, /PRNewswire/ -- Zyga Technology, Inc., a medical device company focused on the design, development and commercialization of minimally invasive devices to treat underserved conditions of the lumbar spine, today announced enrollment of its first four patients in the expanded EVoluSIon (EVSI) Clinical Study. This prospective, 40-site, 250-patient trial will evaluate long-term fusion and pain reduction in patients receiving SImmetry Sacroiliac Joint Fusion.
"Minimally Invasive SI joint fusion procedures are rapidly gaining acceptance within the medical community, but it is important that the technology gives patients the best opportunity for long-term relief," said ., the orthopedic surgeon who performed the procedures at Deaconess Hospital in "I believe that a true fusion, including decortication, bone grafting and fixation, is critical to achieving that goal. Studies such as EVoluSIon are important to reinforce our knowledge and the growing base of clinical evidence for SI joint fusion."
The Centers for Disease Control and Prevention lists back problems as the second most common cause of disability in U.S. adults. It has been reported that approximately 20 percent of all chronic low back pain derives from the sacroiliac joint.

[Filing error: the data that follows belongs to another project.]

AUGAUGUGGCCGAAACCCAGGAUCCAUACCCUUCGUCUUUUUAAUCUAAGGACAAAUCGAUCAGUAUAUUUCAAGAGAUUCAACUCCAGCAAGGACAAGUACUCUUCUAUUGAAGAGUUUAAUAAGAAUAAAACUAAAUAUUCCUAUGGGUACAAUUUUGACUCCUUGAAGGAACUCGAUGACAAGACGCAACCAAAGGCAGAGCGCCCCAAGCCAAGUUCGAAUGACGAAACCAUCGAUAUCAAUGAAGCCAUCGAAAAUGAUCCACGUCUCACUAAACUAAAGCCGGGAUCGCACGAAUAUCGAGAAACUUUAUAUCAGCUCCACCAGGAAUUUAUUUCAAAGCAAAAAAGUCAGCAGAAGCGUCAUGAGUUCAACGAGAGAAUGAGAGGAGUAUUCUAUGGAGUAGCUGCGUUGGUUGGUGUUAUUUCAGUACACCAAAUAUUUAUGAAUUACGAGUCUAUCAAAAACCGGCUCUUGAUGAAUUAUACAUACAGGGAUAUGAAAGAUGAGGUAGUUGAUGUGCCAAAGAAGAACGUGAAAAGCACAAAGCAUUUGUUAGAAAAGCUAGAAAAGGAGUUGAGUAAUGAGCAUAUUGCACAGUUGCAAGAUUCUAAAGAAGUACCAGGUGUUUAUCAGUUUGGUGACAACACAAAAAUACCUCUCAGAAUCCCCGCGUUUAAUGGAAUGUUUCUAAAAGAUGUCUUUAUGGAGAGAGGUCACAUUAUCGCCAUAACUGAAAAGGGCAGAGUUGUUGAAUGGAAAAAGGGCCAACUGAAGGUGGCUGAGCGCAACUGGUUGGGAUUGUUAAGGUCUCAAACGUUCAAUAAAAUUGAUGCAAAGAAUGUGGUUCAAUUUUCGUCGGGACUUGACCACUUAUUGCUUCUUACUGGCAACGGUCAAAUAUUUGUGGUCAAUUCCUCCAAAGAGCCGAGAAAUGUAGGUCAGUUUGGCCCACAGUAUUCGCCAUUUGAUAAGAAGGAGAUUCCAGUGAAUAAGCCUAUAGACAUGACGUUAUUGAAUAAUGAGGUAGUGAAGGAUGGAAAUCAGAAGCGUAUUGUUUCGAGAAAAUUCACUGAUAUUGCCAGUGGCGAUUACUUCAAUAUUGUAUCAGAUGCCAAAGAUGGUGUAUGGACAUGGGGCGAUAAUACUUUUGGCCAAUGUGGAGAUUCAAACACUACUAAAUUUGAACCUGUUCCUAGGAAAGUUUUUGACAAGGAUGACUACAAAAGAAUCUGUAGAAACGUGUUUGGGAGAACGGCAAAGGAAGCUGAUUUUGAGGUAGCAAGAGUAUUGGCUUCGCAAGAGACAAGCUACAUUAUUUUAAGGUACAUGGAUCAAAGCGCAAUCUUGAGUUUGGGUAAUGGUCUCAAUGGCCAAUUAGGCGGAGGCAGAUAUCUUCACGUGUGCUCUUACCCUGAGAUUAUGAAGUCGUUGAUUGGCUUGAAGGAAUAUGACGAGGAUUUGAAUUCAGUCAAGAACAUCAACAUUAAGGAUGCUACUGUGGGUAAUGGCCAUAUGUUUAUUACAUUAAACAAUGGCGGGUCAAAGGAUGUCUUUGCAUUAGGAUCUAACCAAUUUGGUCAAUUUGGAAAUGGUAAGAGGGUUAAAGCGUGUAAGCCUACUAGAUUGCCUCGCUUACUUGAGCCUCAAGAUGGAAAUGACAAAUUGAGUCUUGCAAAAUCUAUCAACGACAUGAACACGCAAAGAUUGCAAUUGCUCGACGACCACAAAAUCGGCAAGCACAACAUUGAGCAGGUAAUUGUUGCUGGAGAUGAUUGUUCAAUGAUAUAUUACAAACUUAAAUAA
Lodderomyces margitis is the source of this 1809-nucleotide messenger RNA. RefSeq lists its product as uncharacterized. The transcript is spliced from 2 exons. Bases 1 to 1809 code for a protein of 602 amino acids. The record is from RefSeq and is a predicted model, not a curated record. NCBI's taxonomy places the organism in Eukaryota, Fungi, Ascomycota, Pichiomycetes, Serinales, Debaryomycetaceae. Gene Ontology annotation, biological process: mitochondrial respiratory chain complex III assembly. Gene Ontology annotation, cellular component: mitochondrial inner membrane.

The Company will exhibit at the 2016 International Society for the Advancement of Spine Surgery (ISASS) meeting in , – 8 and on will present a workshop entitled: Clinical Data and Experience with an MIS Decortication and Fixation System for Sacroiliac Joint Fusion. Dr. of Prairie Spine in , and Dr. of CORE Spine in, will present.
About Zyga Technology, Inc.
Zyga Technology, Inc. is dedicated to the research, development and commercialization of solutions that provide empirical clinical and economic value in the treatment of underserved conditions of the spine. In addition to marketing the SImmetry System, the company is conducting a U.S. multicenter clinical study of the Glyder Facet Restoration Device, an investigational, non-fusion, minimally invasive technology intended to provide relief from lumbar facet pain. For more information, visit zyga.com.
Centers for Disease Control and Prevention. Prevalence of disabilities and associated health conditions among adults—United States, 1999. JAMA. 2001; 285(12):1571-1572.
Cohen SP et al. Sacroiliac Joint Pain: A Comprehensive Review of Epidemiology, Diagnosis and Treatment. Expert Rev Neurother. 2013; 13(1):99-116
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